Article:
Private Equity market in China and its opportunities for Luxembourg

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Keynote speech by Ying White, partner at Clifford Chance, at the LPEA ChinaLux conference on 18 January 2024


In January 2024, Ying White, a partner from the global law firm Clifford Chance’s China office gave a keynote speech on the PE market in China and opportunities for Luxembourg.  According to White, the PE market in China is in a crisis-like situation, caused by geopolitical tensions, crackdowns on industries such as property, tech and finance, tighter regulatory controls, and slumping valuations in the HK stock market.  However, there are specific and discrete opportunities for global managers and service providers in Luxembourg. This perfectly reflects the Chinese word “危机” (crisis and opportunities).   

Sharp Decline in USD Fund Raising and NY/HK IPO Exits

China-focused PE/VC funds raised substantially less capital than before. According to Bloomberg data, fund raising declined by 89% in H1 of 2023 compared with a year earlier.

On the exit end, HK Listings, which has been among the most popular exit options for USD funds, only raised US$ 3.5 billion by October 2023, down by 68% from the same period last year and far below 2021’s US$ 42.8 billion. In fact, IPO capital raising was the lowest since 2001 and volume had dropped by 85% from the 10-year average, according to Bloomberg. PE and VC exits through New York listings have barely restarted in October 2023.

China Domestic RMB Fund Raising and IPOs

China-focused, yuan-denominated PE funds did not fare well either. Fund raising was only US$9.7 billion by September 2023, compared to US$33.7 billion in 2022 and $116.6 billion in 2021, according to Reuters.

On domestic exits, after an IPO explosion between 2020 to 2022 with 1,600 new listcos, the market saw a steep decline in 2023 with 313 new IPOs and a de facto suspension of approvals from the Chinese regulators since September 2023.

The China PE Market is Changing

From outside of China, downward pressure on valuations and deal flow and lack of liquidity in the capital market has led to a cautious sentiment of global investors toward investment in China. Parallel with that, Singapore is increasingly replacing Hong Kong as the hub to conduct work for China PE or IPOs.

Inside China, the changes are even more significant. On the policy front, the geopolitical tensions, the retreat of foreign capital, and the Chinese government’s increasing emphasis on national self-reliance in tech and security related areas are showing their impact on the domestic PE market. For example, in the fund-raising market, state and local government funds now account for 70% of total RMB fund raising. As the governments have different objectives from the private investors, this is driving changes in PE’/VC’s investment strategies and risk management practices, becoming closer aligned with their government investors’ requirements, rather than market demands.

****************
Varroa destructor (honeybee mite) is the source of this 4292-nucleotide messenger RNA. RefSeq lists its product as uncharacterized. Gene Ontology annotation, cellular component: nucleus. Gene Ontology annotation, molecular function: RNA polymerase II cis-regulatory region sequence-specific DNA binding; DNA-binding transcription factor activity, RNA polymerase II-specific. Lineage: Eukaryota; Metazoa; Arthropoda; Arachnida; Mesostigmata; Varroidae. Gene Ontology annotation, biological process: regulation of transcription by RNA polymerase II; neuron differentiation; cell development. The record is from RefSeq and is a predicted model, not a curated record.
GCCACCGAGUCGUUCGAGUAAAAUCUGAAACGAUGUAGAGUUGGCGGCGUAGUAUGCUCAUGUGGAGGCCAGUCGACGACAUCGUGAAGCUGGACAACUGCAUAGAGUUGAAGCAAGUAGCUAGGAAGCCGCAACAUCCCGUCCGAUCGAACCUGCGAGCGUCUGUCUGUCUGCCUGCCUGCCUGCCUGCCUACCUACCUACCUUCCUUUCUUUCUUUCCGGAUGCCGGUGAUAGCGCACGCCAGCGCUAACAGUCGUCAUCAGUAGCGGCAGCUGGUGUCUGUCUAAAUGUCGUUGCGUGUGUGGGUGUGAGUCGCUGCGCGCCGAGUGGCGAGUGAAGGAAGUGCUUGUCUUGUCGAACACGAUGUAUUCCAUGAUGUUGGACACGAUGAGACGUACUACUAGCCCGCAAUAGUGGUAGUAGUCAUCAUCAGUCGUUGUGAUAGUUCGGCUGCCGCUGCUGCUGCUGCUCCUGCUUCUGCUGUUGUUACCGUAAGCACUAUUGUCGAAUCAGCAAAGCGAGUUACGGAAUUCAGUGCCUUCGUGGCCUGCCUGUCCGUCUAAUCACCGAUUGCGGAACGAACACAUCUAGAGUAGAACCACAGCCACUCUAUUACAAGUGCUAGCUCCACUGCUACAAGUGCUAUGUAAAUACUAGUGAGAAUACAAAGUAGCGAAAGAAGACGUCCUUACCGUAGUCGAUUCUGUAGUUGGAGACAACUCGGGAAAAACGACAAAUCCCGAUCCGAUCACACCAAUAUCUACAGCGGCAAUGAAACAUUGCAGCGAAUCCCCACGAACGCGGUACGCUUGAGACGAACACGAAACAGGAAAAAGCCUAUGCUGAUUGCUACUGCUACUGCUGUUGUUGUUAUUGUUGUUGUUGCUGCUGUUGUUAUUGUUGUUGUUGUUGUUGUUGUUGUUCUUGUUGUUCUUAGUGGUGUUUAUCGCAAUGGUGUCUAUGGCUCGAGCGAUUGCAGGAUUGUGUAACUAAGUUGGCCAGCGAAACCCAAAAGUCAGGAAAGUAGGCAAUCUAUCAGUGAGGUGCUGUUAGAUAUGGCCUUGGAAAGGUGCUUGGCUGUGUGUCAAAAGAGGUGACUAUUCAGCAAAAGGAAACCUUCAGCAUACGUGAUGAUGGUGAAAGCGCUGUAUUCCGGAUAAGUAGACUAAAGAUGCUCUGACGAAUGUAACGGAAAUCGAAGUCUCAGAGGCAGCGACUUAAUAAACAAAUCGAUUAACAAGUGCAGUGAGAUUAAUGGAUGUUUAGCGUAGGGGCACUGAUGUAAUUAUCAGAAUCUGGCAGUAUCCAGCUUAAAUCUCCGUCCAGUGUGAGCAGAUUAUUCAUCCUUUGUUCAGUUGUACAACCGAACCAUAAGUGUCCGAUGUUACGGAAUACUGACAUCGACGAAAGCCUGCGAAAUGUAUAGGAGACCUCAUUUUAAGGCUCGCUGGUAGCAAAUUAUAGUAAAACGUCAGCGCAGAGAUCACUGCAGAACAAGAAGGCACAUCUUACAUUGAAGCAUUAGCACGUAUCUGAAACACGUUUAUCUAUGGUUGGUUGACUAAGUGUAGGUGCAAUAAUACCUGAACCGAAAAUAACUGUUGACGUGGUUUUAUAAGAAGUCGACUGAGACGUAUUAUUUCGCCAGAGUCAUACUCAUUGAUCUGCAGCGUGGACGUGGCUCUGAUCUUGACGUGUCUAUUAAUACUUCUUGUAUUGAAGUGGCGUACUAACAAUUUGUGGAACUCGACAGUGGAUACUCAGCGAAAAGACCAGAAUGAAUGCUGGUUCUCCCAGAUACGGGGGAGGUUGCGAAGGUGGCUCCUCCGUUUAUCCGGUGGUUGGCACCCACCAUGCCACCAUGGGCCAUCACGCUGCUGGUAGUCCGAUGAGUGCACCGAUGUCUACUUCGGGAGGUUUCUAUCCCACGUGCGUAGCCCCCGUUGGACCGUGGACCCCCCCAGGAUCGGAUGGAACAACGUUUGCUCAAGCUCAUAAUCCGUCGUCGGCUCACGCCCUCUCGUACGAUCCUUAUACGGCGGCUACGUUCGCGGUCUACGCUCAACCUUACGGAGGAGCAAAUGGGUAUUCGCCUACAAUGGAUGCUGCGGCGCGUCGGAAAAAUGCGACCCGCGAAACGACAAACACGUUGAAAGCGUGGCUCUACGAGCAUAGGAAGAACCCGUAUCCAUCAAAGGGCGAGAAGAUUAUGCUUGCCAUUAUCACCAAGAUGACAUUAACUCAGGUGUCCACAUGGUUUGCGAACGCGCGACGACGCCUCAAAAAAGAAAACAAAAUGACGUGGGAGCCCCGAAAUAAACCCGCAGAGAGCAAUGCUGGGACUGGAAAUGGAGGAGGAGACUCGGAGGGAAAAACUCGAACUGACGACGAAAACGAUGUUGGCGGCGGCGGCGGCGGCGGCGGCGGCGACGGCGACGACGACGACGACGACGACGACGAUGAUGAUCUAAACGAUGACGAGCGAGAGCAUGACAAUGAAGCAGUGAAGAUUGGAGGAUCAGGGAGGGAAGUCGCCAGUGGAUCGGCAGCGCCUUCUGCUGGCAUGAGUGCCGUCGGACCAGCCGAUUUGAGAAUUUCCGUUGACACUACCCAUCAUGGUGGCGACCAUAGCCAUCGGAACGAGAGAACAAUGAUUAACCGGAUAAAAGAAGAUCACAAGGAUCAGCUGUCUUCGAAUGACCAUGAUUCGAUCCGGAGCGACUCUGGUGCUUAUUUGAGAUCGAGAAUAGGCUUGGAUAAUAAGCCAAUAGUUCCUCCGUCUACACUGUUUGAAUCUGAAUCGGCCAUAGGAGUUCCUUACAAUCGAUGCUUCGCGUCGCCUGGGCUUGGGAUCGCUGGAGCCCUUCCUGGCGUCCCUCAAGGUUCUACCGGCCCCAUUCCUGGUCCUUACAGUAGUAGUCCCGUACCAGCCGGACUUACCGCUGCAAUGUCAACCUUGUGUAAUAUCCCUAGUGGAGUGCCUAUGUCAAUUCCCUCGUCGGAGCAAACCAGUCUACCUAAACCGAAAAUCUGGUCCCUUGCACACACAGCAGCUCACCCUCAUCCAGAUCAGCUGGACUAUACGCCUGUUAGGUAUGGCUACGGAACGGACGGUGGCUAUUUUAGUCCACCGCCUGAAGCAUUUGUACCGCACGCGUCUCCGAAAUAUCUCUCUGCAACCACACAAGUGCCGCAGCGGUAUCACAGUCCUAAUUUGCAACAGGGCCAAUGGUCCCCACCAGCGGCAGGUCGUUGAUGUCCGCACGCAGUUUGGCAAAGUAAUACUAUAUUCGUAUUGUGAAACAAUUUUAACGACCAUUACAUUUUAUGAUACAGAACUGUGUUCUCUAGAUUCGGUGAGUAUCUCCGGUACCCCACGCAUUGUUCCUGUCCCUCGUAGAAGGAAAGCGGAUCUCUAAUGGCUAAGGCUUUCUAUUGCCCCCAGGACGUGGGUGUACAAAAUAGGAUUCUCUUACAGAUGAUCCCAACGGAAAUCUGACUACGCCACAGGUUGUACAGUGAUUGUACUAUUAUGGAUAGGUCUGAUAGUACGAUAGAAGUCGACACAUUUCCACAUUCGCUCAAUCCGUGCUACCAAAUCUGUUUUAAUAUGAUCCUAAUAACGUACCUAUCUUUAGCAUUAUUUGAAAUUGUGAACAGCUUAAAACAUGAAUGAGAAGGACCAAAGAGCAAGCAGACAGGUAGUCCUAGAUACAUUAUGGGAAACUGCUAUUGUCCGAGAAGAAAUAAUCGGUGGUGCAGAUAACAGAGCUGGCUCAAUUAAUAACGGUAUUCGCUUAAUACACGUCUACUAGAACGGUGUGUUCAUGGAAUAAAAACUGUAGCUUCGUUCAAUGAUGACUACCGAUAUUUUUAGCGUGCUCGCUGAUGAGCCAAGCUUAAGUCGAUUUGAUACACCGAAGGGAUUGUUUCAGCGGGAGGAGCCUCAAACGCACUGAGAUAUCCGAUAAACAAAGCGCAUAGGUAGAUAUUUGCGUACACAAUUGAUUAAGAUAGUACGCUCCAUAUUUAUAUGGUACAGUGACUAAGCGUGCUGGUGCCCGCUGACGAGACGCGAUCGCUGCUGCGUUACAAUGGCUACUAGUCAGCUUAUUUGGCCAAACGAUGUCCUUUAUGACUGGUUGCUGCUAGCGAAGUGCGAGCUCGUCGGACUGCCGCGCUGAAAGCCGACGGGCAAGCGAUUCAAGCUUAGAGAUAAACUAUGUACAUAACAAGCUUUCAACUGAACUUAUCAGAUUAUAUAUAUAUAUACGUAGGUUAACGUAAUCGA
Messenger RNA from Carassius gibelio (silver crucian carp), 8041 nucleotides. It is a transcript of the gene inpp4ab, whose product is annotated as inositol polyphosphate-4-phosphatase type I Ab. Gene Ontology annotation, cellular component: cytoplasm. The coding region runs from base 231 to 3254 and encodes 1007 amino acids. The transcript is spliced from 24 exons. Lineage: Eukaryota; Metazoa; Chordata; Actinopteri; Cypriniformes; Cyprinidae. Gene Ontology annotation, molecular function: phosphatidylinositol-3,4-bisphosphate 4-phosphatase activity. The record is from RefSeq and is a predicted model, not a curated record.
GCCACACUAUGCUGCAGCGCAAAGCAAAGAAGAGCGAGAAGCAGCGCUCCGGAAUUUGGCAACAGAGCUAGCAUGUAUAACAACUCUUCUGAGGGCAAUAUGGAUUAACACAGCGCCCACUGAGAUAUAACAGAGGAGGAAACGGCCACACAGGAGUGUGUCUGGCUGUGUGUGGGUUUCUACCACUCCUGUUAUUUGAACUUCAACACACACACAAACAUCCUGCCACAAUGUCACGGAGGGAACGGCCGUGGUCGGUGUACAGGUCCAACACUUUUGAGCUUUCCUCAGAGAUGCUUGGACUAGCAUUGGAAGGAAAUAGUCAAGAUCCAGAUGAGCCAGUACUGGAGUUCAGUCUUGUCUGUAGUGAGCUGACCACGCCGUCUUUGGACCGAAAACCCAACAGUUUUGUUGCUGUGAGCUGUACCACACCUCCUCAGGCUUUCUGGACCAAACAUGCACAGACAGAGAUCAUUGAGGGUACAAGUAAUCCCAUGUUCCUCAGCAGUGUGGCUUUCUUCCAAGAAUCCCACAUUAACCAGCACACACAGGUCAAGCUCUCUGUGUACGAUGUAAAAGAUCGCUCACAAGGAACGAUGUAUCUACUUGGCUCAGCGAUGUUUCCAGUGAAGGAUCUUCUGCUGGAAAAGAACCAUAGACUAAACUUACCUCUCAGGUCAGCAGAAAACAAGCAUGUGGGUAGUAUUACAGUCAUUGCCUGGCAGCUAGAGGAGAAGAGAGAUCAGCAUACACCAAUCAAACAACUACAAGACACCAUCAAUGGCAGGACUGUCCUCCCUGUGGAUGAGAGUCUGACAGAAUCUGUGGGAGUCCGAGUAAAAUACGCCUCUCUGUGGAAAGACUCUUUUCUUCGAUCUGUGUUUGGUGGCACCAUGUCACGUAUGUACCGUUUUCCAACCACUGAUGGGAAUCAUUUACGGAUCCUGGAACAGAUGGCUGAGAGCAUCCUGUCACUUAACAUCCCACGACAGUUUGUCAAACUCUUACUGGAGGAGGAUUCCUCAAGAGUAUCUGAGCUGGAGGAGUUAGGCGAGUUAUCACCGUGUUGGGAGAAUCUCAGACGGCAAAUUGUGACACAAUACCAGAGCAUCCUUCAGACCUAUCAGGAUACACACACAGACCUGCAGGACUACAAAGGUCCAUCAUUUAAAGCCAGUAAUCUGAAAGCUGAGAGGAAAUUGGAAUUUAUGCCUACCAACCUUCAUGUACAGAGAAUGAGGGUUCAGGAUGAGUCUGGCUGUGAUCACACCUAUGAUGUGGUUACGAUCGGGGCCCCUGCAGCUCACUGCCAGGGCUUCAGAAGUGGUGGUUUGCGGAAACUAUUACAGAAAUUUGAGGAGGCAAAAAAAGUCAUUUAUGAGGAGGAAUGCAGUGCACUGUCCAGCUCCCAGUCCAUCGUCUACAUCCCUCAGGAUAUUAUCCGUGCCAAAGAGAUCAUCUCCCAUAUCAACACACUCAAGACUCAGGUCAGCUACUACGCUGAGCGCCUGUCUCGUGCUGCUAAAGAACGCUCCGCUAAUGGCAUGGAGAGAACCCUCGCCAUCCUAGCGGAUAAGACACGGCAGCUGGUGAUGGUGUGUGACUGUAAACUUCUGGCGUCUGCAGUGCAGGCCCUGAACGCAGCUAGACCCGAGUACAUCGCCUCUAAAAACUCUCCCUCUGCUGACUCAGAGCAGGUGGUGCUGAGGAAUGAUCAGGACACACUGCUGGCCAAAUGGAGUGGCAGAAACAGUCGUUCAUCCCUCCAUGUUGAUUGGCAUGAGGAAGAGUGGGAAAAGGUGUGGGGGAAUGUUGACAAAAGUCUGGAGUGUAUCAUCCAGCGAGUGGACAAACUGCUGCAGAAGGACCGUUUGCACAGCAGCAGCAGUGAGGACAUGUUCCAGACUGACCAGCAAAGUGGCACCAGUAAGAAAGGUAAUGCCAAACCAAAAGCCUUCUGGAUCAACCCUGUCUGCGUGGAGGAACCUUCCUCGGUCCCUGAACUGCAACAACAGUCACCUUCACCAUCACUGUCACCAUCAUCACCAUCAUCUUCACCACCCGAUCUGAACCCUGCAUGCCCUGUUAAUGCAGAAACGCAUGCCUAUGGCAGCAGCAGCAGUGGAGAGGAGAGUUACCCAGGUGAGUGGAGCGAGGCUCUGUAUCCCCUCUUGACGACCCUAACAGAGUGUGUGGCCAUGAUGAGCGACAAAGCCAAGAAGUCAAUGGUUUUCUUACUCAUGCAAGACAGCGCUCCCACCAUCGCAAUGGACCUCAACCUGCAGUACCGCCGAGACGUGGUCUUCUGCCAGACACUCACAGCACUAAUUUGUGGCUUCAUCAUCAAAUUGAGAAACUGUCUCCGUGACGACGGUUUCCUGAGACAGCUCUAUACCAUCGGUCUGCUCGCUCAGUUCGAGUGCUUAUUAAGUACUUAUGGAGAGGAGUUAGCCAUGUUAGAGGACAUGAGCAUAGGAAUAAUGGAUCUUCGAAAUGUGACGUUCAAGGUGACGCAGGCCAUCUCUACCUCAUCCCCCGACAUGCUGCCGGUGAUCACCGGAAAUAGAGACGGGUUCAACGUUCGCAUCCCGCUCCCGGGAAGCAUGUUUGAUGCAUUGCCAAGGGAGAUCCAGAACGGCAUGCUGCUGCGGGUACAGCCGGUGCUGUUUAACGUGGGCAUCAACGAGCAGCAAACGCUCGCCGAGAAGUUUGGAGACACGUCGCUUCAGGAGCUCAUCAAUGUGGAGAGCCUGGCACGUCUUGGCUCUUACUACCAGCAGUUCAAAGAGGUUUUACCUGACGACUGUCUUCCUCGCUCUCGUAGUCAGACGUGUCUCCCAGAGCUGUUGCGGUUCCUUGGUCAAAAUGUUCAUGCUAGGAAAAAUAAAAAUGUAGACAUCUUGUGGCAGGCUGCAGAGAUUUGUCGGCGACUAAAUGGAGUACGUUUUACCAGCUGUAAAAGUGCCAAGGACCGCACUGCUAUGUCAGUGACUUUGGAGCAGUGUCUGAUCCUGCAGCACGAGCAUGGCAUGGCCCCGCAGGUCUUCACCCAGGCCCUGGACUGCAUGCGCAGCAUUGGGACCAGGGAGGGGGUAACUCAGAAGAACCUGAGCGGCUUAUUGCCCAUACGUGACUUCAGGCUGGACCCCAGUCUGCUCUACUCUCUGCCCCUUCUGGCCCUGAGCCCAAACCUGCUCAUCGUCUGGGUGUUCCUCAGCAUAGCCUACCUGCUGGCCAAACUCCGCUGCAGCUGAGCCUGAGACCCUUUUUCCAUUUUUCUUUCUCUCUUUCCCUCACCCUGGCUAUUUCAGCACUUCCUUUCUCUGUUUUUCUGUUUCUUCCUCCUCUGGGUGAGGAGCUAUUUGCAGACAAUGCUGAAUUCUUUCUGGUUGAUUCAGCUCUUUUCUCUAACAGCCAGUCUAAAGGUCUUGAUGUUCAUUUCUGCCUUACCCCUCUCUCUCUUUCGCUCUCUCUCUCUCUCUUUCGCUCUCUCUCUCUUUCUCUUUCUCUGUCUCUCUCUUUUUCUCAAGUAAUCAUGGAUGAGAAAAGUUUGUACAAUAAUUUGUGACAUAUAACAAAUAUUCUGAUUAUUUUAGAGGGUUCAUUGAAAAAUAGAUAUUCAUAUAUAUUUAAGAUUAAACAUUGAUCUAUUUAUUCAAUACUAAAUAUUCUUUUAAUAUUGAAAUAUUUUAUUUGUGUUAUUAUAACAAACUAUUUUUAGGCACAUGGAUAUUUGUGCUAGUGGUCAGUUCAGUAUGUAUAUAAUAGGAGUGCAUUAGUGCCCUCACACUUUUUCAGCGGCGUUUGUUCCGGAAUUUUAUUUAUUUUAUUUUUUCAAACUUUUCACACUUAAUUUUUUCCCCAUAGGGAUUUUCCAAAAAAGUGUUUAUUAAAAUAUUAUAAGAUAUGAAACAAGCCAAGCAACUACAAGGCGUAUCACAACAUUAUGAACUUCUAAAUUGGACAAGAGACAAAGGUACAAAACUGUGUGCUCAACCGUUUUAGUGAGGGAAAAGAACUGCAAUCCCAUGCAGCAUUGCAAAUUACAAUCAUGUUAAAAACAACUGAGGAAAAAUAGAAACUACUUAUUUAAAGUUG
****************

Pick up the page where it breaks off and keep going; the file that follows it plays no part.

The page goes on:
Opportunities for Luxembourg

The poor performance of the domestic market is driving a tremendous demand from the Chinese investors to diversify and invest overseas. Currently two programs are widely sought after: (i) the QDLP program and (ii) the QDII program. Global managers interested in opening a new fund-raising channel can certainly explore these.

QDLP programs are sponsored by several local governments in China, including the municipal governments of Shanghai, Beijing, Shenzhen, and the provincial government of Hainan. They allow a global manager to set up a local Chinese feeder fund with Chinese investor capital and investing that feeder fund into the manager’s global fund products or direct investment projects. The QDLP regulations tend to be more flexible, allowing a QDLP feeder fund to invest in all sorts of fund products and direct investments. For a global manager, the key task is fund marketing in China to Chinese investors. To achieve this, managers will need to find local distribution partners, which are typically financial institutions.

The QDII programs are regulated by the Chinese financial regulators. QDIIs are Chinese financial institutions, such as banks, trust companies, mutual fund companies, insurance companies and securities companies, which are authorized to pool Chinese investor money in fund products and invest them abroad. The regulations governing these QDIIs are restrictive (other than in respect of insurance company QDIIs). As a result, they are more suited to Chinese retail investors.

Another opportunity for Luxembourg may come from China focused USD/Euro fund managers, who are now increasingly looking to fund raise from European family offices following the retreat of North American investors. Given that marketing to European investors were not common in the past, managers are seeking to engage European fund-raising consultants to jump start the process. Additionally, the Chinese managers are now exploring setting up Luxembourg fund structures to house European investors. Related to that is an increasing interest in using existing third-party AIFM platforms.

All these present new and interesting opportunities for the Luxembourg funds industry. We will continue to monitor this area and welcome your thoughts and inquiries.